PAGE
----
"Florida taxpayers about to be railroaded."

    New questions about whether Jeb will run

    "Former Florida governor Jeb Bush (R) joined with a team of bankers to create a private equity investment firm, a development that raises new questions about whether he will run for president in 2016."

    The news comes as Bush is viewed as a potential frontrunner for the Republican nomination for president in 2016. Polls show him running well in key states and many Republicans view him as party's strongest possible nominee. . . .

    The private equity industry became a focal point in the 2012 campaign. Democrats repeatedly painted Republican nominee Mitt Romney's private equity career in a negative light, in an effort to portray him as out of touch with the concerns of ordinary Americans. If Bush runs for president in 2016, he could face similar attacks.

    "Jeb Bush created private equity firm."

The Blog for Saturday, July 19, 2014

As National Job Picture Improves, Florida Fails to Keep Pace

    Florida continues to benefit from Obama's national job recovery: Florida's "unemployment rate dipped slightly to 6.2 percent — down from May's reading of 6.3 percent — and the state added 37,400 jobs."

    However, "the U.S. unemployment rate for June was 6.1 percent."

    Before June, Florida's jobless rate had been equal to or lower than the national rate for 13 months in a row. Nationally, the number of jobs is up about 1.8 percent during the past 12 months.
    "State unemployment rate ticks down to 6.2 percent."

    To be fair, Obama’s jobs recovery, as in Florida, has been a relatively low-wage jobs recovery.

    Scott Claims Credit for Tiny Unemployment Drop, But Is Unable to Explain What He's Done

    Rick Scott takes credit for Florida's June unemployment rate of 6.2 percent, notwithstanding the fact that Florida's rate has fallen behind and is worse than the U.S. unemployment rate of 6.1 percent." Consistent with Scott's inability to answer questions, and explain precisely what he has done to keep pace with national trends, it appears that he has done little more than "Being There" while the Obama economic recovery takes root. See generally "Rick Scott's nonanswers bring national ridicule."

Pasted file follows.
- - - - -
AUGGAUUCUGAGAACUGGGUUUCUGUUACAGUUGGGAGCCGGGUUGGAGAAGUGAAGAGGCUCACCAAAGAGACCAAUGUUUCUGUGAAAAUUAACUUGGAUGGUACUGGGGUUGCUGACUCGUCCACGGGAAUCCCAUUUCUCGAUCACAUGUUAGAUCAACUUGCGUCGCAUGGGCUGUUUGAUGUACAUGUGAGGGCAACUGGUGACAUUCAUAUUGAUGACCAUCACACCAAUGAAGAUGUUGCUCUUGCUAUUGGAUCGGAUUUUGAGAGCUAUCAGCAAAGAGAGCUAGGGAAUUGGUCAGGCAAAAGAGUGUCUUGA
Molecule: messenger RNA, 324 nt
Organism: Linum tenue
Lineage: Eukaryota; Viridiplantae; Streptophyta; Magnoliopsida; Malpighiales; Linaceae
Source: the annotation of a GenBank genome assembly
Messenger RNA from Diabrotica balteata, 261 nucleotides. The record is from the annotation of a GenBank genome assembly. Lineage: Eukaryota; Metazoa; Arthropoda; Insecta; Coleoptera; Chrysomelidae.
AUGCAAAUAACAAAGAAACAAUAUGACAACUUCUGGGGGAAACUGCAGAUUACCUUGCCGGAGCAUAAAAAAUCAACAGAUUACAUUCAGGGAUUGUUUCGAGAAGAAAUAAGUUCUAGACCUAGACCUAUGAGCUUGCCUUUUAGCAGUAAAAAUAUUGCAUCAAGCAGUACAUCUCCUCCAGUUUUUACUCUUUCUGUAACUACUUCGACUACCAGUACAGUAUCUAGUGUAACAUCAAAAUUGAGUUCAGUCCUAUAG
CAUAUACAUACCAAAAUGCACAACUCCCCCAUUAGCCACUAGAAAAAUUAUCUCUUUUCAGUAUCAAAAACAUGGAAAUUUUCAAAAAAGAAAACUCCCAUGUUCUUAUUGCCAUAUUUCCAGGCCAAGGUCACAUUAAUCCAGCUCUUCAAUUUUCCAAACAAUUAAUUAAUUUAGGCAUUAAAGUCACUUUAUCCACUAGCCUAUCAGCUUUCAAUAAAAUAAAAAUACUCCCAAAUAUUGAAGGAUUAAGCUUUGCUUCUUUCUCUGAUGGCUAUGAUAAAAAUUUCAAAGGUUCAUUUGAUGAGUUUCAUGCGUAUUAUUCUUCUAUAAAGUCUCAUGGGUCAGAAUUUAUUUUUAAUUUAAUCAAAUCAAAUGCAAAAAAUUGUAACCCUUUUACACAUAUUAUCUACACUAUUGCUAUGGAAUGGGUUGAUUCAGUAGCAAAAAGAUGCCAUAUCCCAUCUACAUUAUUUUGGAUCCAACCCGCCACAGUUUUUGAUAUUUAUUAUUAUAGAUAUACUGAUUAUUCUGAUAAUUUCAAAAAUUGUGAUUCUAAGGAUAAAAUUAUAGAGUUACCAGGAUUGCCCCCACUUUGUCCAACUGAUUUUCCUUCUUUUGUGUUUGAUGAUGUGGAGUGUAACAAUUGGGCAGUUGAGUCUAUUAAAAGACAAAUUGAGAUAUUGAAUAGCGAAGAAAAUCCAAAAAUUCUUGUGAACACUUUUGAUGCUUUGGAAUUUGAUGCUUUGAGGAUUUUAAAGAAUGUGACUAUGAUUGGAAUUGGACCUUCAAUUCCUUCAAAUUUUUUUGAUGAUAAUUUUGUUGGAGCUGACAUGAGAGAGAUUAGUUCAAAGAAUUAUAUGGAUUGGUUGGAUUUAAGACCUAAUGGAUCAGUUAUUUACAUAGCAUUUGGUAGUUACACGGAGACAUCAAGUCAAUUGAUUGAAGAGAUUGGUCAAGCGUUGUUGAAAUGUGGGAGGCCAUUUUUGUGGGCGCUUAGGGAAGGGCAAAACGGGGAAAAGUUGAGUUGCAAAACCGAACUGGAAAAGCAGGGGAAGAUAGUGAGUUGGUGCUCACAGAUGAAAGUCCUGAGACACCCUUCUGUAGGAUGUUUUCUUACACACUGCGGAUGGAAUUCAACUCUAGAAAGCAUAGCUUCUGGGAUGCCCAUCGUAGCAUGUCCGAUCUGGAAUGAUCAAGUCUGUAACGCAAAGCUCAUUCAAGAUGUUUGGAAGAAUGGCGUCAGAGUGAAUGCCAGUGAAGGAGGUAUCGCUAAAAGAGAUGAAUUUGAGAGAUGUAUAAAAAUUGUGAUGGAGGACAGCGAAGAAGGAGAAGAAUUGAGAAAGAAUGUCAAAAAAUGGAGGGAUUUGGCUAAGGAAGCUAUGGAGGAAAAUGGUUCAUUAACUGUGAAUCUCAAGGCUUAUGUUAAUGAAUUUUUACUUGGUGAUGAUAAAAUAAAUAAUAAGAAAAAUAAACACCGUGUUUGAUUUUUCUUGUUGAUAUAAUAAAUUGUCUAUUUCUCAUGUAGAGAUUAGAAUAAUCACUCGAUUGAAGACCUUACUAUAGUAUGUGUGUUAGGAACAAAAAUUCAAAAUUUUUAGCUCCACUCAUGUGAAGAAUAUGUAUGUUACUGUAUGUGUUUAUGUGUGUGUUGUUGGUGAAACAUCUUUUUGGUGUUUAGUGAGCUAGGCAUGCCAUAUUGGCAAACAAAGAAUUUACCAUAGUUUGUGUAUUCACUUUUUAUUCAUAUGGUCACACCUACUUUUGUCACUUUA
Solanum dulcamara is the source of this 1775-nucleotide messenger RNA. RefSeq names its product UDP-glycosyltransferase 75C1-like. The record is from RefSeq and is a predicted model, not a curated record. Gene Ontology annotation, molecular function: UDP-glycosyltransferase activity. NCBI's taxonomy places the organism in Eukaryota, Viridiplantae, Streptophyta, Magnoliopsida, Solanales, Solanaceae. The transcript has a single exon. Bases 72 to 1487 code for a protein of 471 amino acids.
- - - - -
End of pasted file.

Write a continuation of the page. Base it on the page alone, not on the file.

Rick Scott "insults everyone's intelligence"

    Aaron Deslatte: "News flash: Gov. Rick Scott doesn't answer questions."

    Yes, it's media-driven sound and fury, but when a governor can turn an oxymoron into a national cable-news debacle with CNN's Anderson Cooper claiming he "insults everyone's intelligence," voters deserve an explanation.
    "Scott's nonanswers are the 'in your face' variety. His public-relations staff has tried to soften him — losing the tie, holding news conferences in his office instead of behind a podium, workdays in a doughnut shop and restaurants."
    His discipline in staying on script is impressive. But television turns hard-nosed obstinacies that may be assets in corporate negotiations into cringe-worthy YouTube curiosities.

    Dodging one question is an art form. Dodging the same question repeatedly for 60 seconds is a bad week. And in the heat of a high-stakes campaign, it produces a positive-feedback loop.

    Instead of talking about gay marriage, medical marijuana, giving tax dollars to an Orlando-to-Miami rail company or alleged prisoner abuses, he's fielding questions about not answering questions.

    "Oh, gosh, I answer questions," he told the throng of TV cameras in Tampa this week. In Orlando, he was asked again about the law-enforcement snafu and blamed Crist for "mudslinging."

    Meanwhile, Crist tapped a Miami-Dade County Democratic chairwoman for a running mate — Annette Taddeo — in a county the party comfortably carried in 2010. The decision smacks of confidence. Scott looks like he's worried about making media missteps, which is often when they blow up on CNN.

    "The art of avoiding questions in a gubernatorial race."

    Easy target